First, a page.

Featured Research

from universities, journals, and other organizations

Probing Women's Response To Male Odor

Date:
February 17, 2008
Source:
Rockefeller University
Summary:
A single gene determines whether a whiff of androstadienone smells pleasant or foul, or like nothing at all. But researchers who last year discovered this genetic peculiarity were left wondering about its social implications. In an effort to find out, the team has now launched a series of new studies including one that explores a different link: whether women's perceptions of -- and sensitivity to -- androstadienone corresponds with their bodies' physiological responses to it.

A single gene determines whether a whiff of androstadienone smells pleasant or foul, or like nothing at all. But researchers who last year discovered this genetic peculiarity were left wondering about its social implications. In an effort to find out, the team has now launched a series of new studies including one that explores a different link: whether women’s perceptions of — and sensitivity to — androstadienone corresponds with their bodies’ physiological responses to it. This follow-up study, which specifically measures indices of emotional arousal and stress in ovulating women exposed to this chemical, a component of male sweat, may help the scientists better understand the role that genes play in social interaction.

“It has been shown that when women ovulate, their response to androstadienone is strongest,” says Andreas Keller, a postdoc in Leslie Vosshall’s Laboratory of Neurogenetics and Behavior. “It is also a time when women are apt to reproduce.” By exposing ovulating women to androstadienone and measuring their physiological responses to it, Keller and Vosshall ultimately hope to figure out whether androstadienone, also a derivative of testosterone and potential social signal, affects how men and women interact with one another.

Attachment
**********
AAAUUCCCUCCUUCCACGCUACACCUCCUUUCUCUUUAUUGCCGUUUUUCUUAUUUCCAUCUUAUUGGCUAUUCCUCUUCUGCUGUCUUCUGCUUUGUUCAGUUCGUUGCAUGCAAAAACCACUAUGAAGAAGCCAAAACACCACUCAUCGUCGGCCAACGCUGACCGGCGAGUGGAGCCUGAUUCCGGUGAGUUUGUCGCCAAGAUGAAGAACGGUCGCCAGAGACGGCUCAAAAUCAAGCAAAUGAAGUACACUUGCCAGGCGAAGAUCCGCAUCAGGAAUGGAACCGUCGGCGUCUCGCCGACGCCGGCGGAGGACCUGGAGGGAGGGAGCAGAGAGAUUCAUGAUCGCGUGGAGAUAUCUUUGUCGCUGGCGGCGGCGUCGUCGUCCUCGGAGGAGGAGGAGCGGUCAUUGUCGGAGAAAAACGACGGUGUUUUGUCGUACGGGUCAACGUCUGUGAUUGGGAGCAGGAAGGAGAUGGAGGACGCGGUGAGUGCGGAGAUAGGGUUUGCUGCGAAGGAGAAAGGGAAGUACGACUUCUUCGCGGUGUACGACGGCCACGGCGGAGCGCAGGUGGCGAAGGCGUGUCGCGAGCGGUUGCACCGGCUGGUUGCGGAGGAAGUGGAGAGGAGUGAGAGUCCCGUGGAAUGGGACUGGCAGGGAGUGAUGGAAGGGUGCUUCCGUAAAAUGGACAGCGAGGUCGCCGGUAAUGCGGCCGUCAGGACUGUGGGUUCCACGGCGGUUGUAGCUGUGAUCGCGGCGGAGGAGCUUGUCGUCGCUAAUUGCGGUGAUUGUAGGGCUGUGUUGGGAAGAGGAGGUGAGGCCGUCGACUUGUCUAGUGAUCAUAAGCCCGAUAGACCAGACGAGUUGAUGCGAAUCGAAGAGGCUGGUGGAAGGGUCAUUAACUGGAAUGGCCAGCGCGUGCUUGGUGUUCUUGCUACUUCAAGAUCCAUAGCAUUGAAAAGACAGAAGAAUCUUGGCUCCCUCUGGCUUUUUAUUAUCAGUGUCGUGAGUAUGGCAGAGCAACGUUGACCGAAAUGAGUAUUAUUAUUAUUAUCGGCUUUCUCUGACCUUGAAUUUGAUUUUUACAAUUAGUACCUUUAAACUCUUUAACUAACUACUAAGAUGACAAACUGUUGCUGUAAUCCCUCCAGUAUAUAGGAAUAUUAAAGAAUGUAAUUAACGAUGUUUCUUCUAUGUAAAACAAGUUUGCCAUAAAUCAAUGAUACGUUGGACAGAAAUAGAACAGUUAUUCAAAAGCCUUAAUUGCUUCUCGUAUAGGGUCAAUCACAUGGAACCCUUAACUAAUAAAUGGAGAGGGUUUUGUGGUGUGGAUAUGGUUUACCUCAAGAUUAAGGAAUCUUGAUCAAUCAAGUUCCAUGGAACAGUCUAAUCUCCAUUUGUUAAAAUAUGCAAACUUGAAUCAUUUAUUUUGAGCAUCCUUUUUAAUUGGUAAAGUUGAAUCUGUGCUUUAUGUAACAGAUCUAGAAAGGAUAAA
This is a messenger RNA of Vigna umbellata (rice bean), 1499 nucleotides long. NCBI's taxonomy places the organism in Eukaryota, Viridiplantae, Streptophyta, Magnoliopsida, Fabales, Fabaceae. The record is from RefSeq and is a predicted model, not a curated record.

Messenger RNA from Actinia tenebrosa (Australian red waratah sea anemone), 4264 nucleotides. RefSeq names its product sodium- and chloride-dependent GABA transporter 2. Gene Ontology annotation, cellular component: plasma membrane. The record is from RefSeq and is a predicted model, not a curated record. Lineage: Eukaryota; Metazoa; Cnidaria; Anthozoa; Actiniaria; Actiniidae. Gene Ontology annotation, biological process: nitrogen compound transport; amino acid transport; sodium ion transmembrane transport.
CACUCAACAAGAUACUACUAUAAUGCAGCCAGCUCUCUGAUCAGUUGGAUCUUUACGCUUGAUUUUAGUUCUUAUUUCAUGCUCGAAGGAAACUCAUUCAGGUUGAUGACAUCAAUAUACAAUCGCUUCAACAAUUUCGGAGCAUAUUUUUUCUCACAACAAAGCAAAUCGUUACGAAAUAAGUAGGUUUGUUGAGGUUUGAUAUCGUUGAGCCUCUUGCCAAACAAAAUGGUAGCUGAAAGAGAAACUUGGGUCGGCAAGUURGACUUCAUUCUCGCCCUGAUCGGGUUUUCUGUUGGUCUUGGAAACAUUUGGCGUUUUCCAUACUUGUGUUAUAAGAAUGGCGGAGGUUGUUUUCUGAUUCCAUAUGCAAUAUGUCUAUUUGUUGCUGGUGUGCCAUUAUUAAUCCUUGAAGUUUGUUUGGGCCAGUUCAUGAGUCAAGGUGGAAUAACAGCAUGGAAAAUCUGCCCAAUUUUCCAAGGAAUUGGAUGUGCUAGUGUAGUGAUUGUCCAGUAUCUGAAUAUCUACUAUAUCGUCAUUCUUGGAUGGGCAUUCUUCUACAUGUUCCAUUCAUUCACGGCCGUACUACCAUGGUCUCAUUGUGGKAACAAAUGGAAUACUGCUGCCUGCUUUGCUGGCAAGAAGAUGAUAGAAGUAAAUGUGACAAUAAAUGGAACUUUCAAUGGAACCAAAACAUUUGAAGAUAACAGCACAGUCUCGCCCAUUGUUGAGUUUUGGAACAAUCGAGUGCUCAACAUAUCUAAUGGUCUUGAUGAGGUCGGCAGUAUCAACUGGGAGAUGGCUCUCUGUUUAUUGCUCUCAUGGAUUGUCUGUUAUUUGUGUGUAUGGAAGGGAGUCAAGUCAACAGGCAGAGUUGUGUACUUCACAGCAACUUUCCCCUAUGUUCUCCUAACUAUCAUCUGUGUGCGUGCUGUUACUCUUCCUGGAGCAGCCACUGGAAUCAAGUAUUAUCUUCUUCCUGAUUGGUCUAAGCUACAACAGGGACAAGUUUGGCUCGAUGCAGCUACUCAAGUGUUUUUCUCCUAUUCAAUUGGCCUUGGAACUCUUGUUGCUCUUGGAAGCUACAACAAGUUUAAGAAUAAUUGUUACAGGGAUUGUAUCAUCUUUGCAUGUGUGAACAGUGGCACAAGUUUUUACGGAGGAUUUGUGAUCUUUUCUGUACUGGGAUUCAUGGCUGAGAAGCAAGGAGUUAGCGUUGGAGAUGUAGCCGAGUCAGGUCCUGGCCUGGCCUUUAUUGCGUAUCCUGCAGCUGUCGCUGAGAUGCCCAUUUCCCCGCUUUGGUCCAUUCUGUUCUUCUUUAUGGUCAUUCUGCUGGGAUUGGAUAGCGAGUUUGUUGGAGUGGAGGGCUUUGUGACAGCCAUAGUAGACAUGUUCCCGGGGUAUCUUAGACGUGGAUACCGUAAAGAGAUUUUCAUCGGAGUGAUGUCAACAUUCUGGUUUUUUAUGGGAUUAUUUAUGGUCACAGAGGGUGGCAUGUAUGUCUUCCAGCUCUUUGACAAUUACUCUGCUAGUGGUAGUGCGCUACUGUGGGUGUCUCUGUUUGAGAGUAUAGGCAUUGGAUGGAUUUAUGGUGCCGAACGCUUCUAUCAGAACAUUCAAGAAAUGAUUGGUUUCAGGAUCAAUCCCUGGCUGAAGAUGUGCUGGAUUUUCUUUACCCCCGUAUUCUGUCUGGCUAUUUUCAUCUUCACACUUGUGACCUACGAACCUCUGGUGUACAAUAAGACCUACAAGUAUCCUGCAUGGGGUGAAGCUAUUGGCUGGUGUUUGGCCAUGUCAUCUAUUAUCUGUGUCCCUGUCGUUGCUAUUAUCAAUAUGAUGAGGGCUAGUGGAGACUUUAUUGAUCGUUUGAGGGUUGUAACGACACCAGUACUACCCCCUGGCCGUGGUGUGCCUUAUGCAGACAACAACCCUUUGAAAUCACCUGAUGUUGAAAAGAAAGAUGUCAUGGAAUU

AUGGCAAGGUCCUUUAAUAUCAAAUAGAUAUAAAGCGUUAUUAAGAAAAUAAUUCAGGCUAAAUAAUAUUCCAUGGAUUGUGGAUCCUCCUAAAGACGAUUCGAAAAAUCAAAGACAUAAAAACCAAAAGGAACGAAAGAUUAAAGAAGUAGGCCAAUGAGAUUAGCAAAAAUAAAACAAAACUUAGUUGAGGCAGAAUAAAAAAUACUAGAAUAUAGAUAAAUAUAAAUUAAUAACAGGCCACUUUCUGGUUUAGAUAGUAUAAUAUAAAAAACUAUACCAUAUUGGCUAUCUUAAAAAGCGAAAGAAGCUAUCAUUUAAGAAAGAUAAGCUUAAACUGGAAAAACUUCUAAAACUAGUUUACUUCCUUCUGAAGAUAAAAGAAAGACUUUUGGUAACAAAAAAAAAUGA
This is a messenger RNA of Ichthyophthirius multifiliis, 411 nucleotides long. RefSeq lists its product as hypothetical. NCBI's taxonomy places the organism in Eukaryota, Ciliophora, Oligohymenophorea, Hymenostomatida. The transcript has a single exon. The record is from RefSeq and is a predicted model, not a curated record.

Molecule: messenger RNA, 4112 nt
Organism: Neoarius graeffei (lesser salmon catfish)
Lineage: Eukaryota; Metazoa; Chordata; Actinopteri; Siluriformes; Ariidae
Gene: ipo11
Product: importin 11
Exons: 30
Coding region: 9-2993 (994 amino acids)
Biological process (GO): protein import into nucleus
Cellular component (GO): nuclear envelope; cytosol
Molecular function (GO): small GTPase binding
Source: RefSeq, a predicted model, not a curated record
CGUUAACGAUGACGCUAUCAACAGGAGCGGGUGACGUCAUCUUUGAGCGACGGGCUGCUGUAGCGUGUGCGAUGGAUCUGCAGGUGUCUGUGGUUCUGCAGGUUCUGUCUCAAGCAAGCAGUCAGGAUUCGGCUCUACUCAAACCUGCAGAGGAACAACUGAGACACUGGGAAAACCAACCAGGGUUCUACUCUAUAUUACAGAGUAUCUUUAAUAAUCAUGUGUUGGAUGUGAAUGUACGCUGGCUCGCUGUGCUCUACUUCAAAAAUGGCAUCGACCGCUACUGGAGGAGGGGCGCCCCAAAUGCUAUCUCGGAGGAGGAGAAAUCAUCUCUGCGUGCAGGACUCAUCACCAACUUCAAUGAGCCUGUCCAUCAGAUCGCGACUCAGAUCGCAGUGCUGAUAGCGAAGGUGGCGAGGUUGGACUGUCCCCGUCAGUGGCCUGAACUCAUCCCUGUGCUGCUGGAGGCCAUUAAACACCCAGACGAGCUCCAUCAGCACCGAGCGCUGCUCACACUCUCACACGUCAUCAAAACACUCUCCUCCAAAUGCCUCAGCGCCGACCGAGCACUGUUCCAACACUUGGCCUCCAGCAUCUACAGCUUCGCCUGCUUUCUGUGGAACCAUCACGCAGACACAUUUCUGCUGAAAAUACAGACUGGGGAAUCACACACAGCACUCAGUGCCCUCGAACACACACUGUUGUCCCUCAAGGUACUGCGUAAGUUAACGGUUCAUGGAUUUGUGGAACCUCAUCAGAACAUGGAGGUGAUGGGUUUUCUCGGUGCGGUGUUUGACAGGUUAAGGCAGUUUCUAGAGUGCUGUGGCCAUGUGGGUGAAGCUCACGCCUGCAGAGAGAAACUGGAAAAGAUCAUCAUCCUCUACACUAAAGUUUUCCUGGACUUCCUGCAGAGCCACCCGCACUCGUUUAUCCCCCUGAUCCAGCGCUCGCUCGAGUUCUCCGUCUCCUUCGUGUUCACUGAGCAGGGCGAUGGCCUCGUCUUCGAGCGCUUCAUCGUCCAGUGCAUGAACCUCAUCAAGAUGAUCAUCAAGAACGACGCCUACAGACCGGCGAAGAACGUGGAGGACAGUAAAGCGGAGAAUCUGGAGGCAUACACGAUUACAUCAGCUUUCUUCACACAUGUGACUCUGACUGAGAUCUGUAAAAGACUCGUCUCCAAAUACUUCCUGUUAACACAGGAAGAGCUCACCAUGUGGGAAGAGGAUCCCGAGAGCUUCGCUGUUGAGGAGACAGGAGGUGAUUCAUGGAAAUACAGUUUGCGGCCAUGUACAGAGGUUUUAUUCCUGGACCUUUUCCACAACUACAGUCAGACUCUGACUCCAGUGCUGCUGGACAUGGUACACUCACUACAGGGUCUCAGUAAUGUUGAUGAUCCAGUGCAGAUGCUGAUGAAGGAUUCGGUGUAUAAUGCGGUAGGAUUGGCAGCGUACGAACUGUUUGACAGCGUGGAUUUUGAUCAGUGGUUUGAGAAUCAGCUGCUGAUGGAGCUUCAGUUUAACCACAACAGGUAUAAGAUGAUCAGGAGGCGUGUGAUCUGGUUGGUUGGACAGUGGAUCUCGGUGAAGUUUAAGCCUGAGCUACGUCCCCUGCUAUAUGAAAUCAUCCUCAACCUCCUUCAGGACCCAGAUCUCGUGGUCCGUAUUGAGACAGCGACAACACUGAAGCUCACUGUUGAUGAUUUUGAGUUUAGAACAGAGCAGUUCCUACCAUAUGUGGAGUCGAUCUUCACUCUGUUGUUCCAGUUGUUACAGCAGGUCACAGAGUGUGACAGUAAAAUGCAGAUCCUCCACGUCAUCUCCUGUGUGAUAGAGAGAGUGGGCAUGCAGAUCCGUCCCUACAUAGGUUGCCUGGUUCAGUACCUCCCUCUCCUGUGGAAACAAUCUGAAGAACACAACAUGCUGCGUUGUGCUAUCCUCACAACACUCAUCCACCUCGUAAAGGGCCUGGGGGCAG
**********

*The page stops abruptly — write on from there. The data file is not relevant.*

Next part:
The study, the first in a series, will ultimately enroll 60 women, each of whom will complete four experimental test sessions within 48 hours of ovulation. While watching a relaxing video, these women will be periodically instructed to smell one of eight vials, which contain different concentrations of androstadienone, as well as a control odor and an odor present in oranges. Throughout the 40-minute session, electrodes attached to the participants’ feet will measure skin temperature and skin conductance, a value from which the researchers can calculate how much each participant sweats. Before and after each of the four sessions, the researchers will also collect a sample of the participants’ saliva to measure their level of cortisol, a stress hormone.

The group has already shown that a person’s genotype affects their perception of a potential social signal communicated through scent. Now, it is trying to see whether this direct link between genotype and perception holds true between genotype, perception and physiology, and ultimately behavior.


Story Source:

The above story is based on materials provided by Rockefeller University. Note: Materials may be edited for content and length.


Cite This Page: